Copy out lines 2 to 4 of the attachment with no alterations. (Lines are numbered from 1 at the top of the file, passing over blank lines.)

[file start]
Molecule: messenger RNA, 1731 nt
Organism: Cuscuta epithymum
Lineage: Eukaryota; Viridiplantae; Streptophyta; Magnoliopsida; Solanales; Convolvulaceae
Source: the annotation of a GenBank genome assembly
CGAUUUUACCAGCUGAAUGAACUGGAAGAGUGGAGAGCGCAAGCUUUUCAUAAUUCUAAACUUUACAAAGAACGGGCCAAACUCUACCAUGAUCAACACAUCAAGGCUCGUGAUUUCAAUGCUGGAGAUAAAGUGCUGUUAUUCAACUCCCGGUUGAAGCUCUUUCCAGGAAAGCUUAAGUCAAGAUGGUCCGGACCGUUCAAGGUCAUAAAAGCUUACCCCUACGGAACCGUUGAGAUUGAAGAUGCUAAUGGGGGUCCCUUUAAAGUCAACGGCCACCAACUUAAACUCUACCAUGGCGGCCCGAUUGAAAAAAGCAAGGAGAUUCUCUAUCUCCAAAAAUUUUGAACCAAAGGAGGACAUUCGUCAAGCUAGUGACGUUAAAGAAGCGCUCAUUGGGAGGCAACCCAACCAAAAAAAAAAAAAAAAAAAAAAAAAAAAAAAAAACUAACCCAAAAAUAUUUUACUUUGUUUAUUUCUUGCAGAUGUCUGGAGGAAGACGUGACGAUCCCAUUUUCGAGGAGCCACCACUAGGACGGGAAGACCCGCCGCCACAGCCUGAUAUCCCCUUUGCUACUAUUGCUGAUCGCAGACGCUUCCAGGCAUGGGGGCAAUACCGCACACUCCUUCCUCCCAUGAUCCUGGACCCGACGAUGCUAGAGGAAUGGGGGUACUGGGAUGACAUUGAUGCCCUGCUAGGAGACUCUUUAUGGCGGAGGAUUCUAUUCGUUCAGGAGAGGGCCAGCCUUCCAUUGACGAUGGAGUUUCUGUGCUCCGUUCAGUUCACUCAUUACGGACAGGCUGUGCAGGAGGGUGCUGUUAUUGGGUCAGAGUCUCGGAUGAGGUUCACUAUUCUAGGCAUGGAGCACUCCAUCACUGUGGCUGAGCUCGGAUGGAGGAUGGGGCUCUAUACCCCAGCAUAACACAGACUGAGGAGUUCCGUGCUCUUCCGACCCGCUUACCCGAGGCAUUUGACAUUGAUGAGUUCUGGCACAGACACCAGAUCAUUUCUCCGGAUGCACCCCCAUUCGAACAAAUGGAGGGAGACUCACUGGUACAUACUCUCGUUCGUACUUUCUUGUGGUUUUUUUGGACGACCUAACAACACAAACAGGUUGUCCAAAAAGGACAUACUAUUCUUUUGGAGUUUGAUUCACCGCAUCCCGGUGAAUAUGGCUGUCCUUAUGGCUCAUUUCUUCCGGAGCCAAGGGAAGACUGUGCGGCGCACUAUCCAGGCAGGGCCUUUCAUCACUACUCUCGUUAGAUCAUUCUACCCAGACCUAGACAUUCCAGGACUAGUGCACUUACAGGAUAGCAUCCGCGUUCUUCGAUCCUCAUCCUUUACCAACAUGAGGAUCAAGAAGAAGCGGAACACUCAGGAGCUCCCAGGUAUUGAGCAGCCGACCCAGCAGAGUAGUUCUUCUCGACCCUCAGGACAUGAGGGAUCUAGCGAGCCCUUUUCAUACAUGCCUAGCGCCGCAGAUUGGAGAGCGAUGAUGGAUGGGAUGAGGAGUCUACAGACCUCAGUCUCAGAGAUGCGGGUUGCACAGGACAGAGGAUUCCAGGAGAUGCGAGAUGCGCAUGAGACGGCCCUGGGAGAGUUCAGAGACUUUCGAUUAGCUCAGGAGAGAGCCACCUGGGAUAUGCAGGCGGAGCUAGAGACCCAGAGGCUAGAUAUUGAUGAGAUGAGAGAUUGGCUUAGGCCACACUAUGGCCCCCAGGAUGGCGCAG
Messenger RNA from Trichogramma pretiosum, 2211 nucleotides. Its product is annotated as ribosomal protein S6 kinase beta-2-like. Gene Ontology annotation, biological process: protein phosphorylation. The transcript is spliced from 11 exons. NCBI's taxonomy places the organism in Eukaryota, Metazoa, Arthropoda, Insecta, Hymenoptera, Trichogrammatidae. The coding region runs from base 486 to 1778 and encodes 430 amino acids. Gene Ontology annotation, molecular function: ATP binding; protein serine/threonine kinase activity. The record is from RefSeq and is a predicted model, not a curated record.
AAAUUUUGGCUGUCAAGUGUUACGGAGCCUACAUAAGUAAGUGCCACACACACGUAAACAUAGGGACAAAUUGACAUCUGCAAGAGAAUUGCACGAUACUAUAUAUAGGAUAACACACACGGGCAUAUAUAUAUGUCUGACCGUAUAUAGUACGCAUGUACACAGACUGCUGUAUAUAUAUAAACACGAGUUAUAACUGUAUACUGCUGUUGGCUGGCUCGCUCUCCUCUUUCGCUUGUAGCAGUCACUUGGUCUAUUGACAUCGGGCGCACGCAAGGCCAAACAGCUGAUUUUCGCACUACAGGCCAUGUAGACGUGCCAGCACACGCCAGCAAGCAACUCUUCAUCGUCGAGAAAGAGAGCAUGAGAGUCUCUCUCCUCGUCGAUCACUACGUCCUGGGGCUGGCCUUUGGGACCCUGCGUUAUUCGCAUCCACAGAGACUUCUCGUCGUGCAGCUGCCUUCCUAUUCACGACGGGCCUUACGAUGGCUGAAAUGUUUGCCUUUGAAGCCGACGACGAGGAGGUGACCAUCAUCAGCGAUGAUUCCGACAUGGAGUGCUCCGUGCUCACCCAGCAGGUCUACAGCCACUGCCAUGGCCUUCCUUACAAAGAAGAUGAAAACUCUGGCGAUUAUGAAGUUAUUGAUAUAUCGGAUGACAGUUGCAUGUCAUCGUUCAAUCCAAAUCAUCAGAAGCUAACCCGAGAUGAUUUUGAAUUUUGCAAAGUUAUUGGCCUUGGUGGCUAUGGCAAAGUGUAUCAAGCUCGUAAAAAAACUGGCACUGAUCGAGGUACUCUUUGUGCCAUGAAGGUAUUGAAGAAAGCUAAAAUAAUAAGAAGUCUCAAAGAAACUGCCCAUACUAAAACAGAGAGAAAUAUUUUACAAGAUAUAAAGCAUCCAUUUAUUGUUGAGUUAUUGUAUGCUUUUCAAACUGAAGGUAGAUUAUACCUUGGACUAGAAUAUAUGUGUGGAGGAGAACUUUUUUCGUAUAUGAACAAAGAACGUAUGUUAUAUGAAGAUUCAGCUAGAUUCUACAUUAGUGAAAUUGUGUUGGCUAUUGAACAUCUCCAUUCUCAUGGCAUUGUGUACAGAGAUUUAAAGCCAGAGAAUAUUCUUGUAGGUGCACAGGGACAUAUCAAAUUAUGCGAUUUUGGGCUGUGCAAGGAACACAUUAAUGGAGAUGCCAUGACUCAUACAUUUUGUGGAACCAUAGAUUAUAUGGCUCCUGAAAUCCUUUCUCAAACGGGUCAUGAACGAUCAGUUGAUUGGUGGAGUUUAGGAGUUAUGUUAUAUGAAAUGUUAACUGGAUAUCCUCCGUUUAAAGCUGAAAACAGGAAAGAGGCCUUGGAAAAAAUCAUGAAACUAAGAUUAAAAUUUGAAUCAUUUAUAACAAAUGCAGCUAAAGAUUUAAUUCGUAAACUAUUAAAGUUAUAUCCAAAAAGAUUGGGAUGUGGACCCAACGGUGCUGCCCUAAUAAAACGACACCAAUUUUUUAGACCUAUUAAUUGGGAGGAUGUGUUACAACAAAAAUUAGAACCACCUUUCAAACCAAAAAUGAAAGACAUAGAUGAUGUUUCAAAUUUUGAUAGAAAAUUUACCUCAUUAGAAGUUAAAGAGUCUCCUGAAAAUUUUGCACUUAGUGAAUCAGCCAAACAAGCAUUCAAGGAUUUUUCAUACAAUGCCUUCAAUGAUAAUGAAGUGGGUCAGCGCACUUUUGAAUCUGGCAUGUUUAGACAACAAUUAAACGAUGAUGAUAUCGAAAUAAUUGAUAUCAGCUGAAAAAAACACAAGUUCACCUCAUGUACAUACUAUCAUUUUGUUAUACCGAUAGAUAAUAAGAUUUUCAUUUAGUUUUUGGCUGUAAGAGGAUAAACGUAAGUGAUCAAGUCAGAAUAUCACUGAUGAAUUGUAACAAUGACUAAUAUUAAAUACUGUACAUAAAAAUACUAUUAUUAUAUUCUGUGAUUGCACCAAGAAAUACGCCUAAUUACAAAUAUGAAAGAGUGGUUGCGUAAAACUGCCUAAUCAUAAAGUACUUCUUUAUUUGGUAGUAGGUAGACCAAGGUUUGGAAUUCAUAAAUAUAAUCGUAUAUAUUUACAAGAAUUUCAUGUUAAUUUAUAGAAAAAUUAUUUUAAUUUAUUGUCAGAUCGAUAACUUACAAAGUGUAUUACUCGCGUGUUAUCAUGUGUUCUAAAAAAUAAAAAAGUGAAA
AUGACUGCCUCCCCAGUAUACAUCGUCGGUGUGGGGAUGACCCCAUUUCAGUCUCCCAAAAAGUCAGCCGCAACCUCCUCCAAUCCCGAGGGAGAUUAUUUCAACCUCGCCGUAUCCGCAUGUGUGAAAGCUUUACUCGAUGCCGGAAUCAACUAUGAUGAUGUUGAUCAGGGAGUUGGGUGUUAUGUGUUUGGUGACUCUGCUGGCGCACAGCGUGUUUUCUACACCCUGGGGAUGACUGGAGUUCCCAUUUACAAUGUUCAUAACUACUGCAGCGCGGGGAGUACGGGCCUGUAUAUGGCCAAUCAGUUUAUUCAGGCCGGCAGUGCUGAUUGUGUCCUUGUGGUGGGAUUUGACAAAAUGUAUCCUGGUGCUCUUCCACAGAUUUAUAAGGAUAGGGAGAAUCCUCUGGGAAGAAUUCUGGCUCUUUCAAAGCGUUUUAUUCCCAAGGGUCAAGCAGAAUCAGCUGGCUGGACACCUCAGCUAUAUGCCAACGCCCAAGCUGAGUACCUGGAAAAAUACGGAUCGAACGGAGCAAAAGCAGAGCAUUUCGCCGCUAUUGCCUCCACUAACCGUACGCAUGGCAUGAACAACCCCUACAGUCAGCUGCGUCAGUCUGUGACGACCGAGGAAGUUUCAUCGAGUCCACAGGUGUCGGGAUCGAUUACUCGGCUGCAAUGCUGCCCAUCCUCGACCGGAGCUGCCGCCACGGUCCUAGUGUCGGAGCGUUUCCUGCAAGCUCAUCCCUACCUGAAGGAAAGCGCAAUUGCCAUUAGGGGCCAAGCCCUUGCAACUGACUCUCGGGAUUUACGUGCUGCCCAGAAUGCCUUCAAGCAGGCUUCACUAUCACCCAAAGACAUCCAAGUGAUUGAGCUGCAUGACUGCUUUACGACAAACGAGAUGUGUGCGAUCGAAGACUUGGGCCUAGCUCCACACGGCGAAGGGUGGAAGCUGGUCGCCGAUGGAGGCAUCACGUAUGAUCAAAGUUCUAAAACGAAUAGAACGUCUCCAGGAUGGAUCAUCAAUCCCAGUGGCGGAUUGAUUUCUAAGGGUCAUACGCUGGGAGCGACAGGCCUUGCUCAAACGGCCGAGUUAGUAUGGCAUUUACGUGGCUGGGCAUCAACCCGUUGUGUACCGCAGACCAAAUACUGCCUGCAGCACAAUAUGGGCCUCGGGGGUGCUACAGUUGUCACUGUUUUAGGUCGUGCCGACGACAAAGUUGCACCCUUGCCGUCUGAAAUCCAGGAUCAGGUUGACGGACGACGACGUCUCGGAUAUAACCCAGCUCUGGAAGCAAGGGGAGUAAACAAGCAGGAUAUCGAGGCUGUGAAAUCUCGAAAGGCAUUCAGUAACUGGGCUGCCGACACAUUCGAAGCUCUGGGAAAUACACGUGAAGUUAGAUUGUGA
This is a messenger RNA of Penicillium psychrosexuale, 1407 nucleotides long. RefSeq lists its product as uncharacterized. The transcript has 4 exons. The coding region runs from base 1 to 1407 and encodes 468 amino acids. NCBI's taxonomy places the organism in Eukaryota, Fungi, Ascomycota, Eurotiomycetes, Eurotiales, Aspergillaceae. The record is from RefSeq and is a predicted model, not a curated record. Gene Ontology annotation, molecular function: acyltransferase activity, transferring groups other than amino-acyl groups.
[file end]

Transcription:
Organism: Cuscuta epithymum
Lineage: Eukaryota; Viridiplantae; Streptophyta; Magnoliopsida; Solanales; Convolvulaceae
Source: the annotation of a GenBank genome assembly